ExtremeCommuter


just wait  .. really pick a spot for transport ie west of paramatta ( can bump to blacktown ) you have buses and east you can walk to a station ..
  ExtremeCommuter Locomotive Fireman

BUT, local councils allow for it and state government actively encourages it by building over-engineered stations so far apart on new lines.
councils get bypassed and almost have no say until hand over under planning laws .. and your don't need the old station spacing of 1 to 2 kms between stations when you need a fast rail service ..
viaprojects
Well we are talking about suburban rail here, not fast rail (I understand it may be confusing on a topic about HSR lol), and if your suburban rail is skipping every second suburb, your not doing suburban rail service very well.

The only people benefiting from the far-apart station spacing, are those lucky enough to live within walking distance of one of the few stations, or lucky enough to car a park in the car park that is always full,
everyone else suffers from stations that are spaced so far apart, and would probably have an overall quicker trip time if they were closer together, even if the train takes aprox 10 minutes more to go from one end of the line to another.

For example, if you live at the end of Terry Road, Rouse Hill, even though the rail line passes right by your home, it's a 25 minute walk to the nearest station, and you had no hope of getting a park at the station, any time saved by spacing stations far apart has been no benefit to you, and actually, your journey will be longer than if the stations were closer together.

How is it that NSW can be 801,150 km2 across and we have ONE liveable city - as far as I am aware, this is a uniquely Australian issue, and that's why we can't just point at other nations and say 'look, they have high speed rail, why can't we'?
nsw has only just started the tunnel building .. sydney is a basin with 3 jokes with costs .. west - blue mountains - very long tunnel .. north - wet feet after any tunnel .. south - pick a route ..
viaprojects
How is building tunnels to Sydney going to make other cities in NSW liveable? it's the same logic as High Speed Rail? Will tunnels to Sydney allow one to get from one part of Newcastle to another without a car in a reasonable amount of time, will it enable one to get a job in Newcastle, will it allow one to see a doctor bulk-billed under Medicare? if the answer is 'no' to all of those then it, nor HSR, will make these cities liveable.

And before one says it, neither will it allow one to commute to and work in Sydney job applications are automatically filtered based on, among other things, one's home address and subsequent distance from work.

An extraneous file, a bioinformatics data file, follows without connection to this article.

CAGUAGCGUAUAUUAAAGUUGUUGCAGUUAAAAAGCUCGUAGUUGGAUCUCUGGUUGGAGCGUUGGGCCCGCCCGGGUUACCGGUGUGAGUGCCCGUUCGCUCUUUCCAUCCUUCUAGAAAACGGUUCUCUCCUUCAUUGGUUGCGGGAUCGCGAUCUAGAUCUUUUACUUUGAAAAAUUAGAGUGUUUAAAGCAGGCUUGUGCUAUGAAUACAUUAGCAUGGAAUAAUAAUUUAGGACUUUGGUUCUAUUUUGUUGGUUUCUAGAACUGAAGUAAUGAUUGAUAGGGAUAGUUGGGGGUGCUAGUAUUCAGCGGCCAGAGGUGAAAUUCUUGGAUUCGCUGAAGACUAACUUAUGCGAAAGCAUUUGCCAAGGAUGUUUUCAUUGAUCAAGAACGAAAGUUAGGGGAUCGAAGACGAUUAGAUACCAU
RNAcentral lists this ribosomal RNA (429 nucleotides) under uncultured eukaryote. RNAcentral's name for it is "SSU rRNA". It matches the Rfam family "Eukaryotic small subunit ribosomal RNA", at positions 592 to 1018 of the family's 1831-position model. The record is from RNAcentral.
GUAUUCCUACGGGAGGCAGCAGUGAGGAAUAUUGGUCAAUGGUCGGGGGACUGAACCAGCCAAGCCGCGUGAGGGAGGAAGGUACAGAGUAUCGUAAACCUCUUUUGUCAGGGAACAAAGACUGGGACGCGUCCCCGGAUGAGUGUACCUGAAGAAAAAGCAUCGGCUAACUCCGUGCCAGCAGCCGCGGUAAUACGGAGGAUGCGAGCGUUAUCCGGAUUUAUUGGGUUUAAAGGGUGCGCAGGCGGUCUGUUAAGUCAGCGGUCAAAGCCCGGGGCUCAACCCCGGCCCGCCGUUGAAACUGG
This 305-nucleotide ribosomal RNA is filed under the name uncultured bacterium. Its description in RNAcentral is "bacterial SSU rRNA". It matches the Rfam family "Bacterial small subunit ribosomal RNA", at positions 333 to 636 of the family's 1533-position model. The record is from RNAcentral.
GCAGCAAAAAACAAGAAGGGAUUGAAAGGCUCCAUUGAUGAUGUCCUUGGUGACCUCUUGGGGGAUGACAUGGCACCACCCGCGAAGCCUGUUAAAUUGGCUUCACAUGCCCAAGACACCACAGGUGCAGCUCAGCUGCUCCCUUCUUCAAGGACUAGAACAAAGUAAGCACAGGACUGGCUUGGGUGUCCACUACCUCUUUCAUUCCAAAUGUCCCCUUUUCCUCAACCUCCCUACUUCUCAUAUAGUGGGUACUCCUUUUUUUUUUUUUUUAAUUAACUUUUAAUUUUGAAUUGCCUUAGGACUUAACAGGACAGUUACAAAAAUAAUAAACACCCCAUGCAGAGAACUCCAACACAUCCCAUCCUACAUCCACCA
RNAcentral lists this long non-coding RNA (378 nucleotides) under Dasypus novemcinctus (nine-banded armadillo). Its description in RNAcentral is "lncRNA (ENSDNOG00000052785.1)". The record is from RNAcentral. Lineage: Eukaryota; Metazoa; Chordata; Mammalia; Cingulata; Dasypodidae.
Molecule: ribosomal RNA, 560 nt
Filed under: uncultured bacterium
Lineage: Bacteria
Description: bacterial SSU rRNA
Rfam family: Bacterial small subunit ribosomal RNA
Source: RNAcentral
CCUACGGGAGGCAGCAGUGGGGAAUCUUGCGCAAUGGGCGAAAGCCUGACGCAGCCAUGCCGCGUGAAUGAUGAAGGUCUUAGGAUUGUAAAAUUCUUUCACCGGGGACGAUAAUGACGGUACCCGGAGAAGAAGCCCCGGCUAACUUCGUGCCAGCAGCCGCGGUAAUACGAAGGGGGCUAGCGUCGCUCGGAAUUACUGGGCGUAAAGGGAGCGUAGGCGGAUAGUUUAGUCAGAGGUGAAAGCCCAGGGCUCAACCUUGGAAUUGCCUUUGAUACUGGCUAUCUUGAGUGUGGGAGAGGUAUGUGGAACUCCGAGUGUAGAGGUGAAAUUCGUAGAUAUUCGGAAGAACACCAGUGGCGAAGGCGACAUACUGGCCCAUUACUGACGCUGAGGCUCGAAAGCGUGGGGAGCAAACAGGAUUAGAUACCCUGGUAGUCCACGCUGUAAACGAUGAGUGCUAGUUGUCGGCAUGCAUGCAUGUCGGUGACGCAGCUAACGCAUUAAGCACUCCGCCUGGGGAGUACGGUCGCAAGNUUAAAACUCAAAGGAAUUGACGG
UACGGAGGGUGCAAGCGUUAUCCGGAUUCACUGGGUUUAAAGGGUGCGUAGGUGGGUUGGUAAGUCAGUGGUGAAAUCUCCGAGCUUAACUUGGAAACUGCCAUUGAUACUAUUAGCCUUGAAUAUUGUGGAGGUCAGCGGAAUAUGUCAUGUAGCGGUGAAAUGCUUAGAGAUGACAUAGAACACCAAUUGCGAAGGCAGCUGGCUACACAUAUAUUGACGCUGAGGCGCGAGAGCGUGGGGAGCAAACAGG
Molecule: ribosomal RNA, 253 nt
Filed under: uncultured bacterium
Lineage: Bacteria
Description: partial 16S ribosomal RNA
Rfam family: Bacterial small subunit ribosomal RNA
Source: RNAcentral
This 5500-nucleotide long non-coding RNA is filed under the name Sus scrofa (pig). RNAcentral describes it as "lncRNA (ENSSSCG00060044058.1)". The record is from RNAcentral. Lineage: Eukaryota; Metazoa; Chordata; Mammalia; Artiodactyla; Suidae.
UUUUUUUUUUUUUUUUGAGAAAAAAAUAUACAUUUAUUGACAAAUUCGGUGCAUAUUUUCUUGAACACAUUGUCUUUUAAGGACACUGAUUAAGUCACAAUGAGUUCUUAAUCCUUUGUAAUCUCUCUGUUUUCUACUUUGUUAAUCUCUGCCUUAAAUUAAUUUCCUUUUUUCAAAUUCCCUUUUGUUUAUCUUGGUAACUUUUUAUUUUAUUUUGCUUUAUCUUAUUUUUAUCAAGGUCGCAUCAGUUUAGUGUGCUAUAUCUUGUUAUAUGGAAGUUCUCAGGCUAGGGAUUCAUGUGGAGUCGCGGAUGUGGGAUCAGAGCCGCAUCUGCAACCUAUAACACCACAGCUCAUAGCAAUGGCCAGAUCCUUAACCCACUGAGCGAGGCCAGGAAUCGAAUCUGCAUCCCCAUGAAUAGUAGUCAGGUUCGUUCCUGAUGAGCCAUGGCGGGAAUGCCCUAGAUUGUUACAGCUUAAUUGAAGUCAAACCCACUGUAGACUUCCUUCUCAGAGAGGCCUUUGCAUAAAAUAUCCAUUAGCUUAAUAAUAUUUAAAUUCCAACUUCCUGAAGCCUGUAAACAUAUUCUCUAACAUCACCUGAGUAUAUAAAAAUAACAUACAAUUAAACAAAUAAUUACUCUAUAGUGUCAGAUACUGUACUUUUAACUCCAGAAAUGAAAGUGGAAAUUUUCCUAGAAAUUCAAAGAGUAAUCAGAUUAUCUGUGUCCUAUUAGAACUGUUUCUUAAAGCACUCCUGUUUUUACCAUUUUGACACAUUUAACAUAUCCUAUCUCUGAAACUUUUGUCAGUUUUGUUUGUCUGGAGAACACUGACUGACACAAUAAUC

I think it's expected that CBD's generally won't have good parking, hence the need for quality public transport, meaning we have an issue in Sydney where in the newer suburbs, the stations are too far apart to walk to, but jobs are located in CBD's and can't be driven to.
just wait  .. really pick a spot for transport ie west of paramatta ( can bump to blacktown ) you have buses and east you can walk to a station ..
viaprojects
And how much does a property in these places go for?
  viaprojects Chief Train Controller


For example, if you live at the end of Terry Road, Rouse Hill, even though the rail line passes right by your home, it's a 25 minute walk to the nearest station, and you had no hope of getting a park at the station, any time saved by spacing stations far apart has been no benefit to you, and actually, your journey will be longer than if the stations were closer together.
ExtremeCommuter


30 mins is only 2 Km walk .. so you would have a bus route ( 1 km rule ) but some times it faster to walk .. i walk even with a bus stop around the corner also the 2 local station do not have parking ..

How is building tunnels to Sydney going to make other cities in NSW liveable? it's the same logic as High Speed Rail? Will tunnels to Sydney allow one to get from one part of Newcastle to another without a car in a reasonable amount of time, will it enable one to get a job in Newcastle,


your just trolling ... or never traveled the rail networks .. would say the 1 hour high speed rail sydney to newcastle topic is in the news last week ..  



And before one says it, neither will it allow one to commute to and work in Sydney job applications are automatically filtered based on, among other things, one's home address and subsequent distance from work.
ExtremeCommuter


get a life .. drive or train, there are train loads of people do the long commutes to pay the bills ..

And how much does a property in these places go for?


start looking at the million mark ..prices drop as you move away from the stations
  Transtopic Chief Commissioner

Location: Sydney
I'm having difficulty in following the line of this thread, but let's put one thing to bed once and for all.  Even if HSR were to be introduced, as distinct from FAST or FASTER Speed Rail, more commonly known as MEDIUM SPEED RAIL (MSR), it would essentially be a Regional rail service for irregular travellers, and not a daily commuter service.

The commuter belt connecting with the Sydney CBD, including employment centres like the Lower North Shore, Macquarie Park, Parramatta and the Central Industrial Area around Sydney Airport, is generally defined as the area bounded by the Central Coast, Blue Mountains, Southern Highlands and Wollongong, which are all approximately within 80km of the Sydney CBD.  Newcastle is 160km from the Sydney CBD and although there are undoubtedly some who commute on a regular basis, I don't regard it as being a part of the commuter belt, even with the advent of HSR or MSR.